The Decade Starts in Crisis

 

Barely a few days into 2020, and the world has witnessed a severe upsurge in political tensions.

The top military commander of a nation technically at war with a large global superpower was killed in circumstances still being investigated.

The death has brought attention to a conflict that could erupt in one of the world’s most important geo-strategic areas, engulfing major powers in a major upheaval that has the potential to upend the global economy and potentially spark levels of global conflict that have never been seen before.

However, we are not talking about Iran’s Brigadier General Qassem Soleimani, who was killed in a US airstrike on a road outside Baghdad Airport on January 3rd. We’ll get to him a little later.

 

Soleimani (L) & Muhandis (R) were not the first high profile military figures to die this year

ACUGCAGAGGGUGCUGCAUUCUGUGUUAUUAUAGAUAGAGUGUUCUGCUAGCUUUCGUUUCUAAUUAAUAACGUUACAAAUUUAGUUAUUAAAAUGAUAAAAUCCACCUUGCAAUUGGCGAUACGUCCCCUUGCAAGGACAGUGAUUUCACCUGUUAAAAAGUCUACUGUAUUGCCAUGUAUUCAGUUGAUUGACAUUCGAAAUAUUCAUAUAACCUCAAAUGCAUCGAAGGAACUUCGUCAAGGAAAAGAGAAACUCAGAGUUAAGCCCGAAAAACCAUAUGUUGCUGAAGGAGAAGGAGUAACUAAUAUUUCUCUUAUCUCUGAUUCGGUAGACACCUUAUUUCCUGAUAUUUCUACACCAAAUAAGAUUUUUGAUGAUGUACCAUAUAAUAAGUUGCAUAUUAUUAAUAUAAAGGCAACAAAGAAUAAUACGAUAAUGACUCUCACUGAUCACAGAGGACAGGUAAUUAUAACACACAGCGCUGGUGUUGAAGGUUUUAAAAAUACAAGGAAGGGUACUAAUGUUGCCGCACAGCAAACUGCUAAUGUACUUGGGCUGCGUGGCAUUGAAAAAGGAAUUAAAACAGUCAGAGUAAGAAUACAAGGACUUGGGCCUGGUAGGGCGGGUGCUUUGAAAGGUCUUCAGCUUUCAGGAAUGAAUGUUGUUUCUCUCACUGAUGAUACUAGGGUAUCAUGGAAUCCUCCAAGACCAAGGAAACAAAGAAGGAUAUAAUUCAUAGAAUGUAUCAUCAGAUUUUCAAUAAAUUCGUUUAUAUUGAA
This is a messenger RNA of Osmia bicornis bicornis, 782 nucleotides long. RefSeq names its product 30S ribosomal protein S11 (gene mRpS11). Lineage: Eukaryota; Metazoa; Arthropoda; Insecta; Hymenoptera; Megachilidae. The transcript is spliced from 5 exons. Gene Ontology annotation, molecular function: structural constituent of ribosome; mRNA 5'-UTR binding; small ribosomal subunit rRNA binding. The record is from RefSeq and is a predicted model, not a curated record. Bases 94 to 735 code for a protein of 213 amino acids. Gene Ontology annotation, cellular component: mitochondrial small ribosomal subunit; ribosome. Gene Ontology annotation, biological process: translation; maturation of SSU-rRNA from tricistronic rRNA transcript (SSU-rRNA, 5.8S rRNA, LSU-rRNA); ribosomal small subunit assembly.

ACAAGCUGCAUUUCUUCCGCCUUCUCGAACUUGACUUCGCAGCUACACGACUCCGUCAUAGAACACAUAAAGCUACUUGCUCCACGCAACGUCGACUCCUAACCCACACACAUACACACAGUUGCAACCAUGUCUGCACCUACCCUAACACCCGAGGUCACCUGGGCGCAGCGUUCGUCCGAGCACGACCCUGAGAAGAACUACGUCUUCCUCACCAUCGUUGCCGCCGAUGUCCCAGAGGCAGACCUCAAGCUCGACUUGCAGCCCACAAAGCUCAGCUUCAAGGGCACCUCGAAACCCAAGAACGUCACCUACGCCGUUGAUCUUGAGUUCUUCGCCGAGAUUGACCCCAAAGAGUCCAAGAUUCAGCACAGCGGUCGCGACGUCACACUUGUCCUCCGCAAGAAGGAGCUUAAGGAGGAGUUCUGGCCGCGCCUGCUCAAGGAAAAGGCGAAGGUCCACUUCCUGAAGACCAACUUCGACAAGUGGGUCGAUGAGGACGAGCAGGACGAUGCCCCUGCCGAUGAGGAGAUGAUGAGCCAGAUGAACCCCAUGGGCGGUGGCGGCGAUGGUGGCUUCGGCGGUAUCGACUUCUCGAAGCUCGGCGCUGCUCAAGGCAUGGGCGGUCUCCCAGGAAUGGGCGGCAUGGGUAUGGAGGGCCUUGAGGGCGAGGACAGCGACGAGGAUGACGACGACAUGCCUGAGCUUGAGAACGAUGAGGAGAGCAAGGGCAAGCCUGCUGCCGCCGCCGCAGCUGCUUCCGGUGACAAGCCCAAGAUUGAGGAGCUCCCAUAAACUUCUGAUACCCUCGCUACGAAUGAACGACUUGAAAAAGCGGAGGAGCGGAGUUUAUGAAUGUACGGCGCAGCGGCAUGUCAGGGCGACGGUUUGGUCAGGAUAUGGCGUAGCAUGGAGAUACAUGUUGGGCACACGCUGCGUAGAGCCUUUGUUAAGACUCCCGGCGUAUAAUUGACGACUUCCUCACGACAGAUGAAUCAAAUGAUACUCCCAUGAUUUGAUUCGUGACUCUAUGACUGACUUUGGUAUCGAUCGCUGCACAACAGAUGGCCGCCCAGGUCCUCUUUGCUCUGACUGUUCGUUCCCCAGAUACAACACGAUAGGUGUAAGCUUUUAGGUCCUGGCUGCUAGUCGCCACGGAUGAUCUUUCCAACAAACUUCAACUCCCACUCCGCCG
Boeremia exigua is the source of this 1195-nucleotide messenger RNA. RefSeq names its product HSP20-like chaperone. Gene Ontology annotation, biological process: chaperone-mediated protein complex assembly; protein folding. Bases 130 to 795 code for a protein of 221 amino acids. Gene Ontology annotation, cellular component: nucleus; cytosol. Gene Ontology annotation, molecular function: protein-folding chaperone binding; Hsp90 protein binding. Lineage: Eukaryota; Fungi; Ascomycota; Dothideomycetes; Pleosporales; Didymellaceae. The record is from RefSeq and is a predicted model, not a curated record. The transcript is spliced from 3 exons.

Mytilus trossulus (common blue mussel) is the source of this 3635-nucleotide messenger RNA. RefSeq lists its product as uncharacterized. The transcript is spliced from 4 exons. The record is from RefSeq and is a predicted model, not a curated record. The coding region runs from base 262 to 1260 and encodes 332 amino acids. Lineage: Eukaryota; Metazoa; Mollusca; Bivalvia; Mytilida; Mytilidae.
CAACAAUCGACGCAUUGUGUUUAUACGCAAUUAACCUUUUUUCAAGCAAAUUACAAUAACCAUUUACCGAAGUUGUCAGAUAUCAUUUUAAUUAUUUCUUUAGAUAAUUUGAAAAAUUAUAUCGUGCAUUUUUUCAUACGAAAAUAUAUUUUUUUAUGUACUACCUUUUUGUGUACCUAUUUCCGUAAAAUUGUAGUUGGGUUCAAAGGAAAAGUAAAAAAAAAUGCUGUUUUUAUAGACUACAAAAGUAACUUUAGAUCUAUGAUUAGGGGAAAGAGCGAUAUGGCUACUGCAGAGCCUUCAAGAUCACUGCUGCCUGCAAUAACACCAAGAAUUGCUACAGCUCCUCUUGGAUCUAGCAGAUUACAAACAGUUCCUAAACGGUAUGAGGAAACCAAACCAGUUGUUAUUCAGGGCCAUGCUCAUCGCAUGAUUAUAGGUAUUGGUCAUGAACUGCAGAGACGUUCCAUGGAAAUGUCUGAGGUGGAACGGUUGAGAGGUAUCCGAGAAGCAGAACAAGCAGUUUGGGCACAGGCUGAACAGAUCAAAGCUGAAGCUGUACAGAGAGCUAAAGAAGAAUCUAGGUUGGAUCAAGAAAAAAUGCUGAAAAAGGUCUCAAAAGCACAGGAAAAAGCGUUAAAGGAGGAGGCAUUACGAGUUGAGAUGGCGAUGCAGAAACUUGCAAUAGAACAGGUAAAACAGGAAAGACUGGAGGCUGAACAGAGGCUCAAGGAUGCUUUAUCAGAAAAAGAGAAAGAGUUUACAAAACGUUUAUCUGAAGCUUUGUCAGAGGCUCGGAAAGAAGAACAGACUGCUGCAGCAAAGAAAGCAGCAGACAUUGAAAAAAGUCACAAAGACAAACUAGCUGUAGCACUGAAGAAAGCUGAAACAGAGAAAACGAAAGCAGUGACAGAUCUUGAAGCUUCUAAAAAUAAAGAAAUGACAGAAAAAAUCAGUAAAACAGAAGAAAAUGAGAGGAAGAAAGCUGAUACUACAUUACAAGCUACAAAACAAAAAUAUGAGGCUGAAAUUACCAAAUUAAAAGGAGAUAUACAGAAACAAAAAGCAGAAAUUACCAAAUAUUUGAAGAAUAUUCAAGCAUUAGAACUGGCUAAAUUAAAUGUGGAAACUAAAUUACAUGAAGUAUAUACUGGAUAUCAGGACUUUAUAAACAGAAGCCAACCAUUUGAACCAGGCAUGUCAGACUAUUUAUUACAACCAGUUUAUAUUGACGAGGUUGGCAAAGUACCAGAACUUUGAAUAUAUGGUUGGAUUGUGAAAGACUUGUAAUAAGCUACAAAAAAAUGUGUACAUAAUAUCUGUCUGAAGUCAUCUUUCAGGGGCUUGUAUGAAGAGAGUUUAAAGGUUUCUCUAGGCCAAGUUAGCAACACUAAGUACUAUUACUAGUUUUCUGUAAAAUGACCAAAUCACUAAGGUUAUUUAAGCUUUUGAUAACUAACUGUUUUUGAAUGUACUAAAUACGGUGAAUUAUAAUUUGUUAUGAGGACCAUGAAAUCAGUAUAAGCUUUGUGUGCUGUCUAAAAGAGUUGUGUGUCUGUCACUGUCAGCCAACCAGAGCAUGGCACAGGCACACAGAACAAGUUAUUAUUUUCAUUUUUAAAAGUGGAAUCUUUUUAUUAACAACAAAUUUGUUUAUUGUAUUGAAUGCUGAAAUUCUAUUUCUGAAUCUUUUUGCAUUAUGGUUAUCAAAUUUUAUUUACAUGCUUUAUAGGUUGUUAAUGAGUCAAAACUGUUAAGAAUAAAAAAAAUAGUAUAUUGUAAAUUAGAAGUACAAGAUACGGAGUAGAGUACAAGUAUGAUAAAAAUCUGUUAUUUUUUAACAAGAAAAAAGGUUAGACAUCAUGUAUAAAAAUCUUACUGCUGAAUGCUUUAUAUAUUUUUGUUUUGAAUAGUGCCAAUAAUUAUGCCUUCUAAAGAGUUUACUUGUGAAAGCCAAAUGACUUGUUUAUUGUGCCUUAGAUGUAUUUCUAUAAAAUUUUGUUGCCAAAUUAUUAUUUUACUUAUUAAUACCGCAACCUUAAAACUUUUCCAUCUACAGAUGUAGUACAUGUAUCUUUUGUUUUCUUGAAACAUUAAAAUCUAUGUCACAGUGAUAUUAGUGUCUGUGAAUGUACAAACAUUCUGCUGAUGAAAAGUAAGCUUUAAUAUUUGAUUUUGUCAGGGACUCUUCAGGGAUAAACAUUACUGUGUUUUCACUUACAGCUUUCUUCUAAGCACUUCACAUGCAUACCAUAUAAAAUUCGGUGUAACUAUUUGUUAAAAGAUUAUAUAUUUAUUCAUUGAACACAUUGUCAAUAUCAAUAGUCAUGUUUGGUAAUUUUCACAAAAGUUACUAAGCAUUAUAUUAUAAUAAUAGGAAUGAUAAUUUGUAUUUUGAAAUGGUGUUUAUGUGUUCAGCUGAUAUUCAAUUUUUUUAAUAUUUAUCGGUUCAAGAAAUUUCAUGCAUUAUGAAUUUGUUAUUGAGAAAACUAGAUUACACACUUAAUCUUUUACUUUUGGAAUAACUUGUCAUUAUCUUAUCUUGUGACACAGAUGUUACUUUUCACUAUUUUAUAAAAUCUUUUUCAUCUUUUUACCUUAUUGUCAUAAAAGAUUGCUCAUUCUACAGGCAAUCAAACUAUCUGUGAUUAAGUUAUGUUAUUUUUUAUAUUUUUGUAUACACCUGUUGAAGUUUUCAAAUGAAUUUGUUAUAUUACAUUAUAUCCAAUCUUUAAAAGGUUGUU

In fact, the first high profile general to be killed this year was General Shen Yi Ming, the Chief of the General Staff of the Taiwanese Army, whose Black Hawk helicopter crashed in the Taiwanese highlands on January 2nd, under conditions that are still being investigated.

General Shen Yi Ming was the general tasked with managing and coordinating the island of Taiwan’s defenses against China; a country that has claimed Taiwan as its own since the day of the latter’s inception as a nation, following the end of the Chinese Civil War in 1949.

For those of you who might not know – China and Taiwan (which has as its official name the ‘Republic of China’) have a very complicated history.

Basically, Taiwan was founded by the retreating army of Chiang Kai Shek in 1949, following the Republican loss in the Chinese Civil War to Mao’s Communist forces.

Taiwan then endured decades under a right-wing, military dictatorship, constantly weary of a full-scale invasion by the giant People’s Republic of China lying just across the Taiwan Strait.

These tensions often escalated into full-scale armed conflagrations, with regular shelling across the Strait from late 1958 through to the end of the 1970s.

Since then, Taiwan has evolved into a vibrant, industrialized democracy with high standards of living, and what is widely accepted as probably the most free political, economic and civil society in the whole of Asia.

Taipei, the capital of Taiwan, by night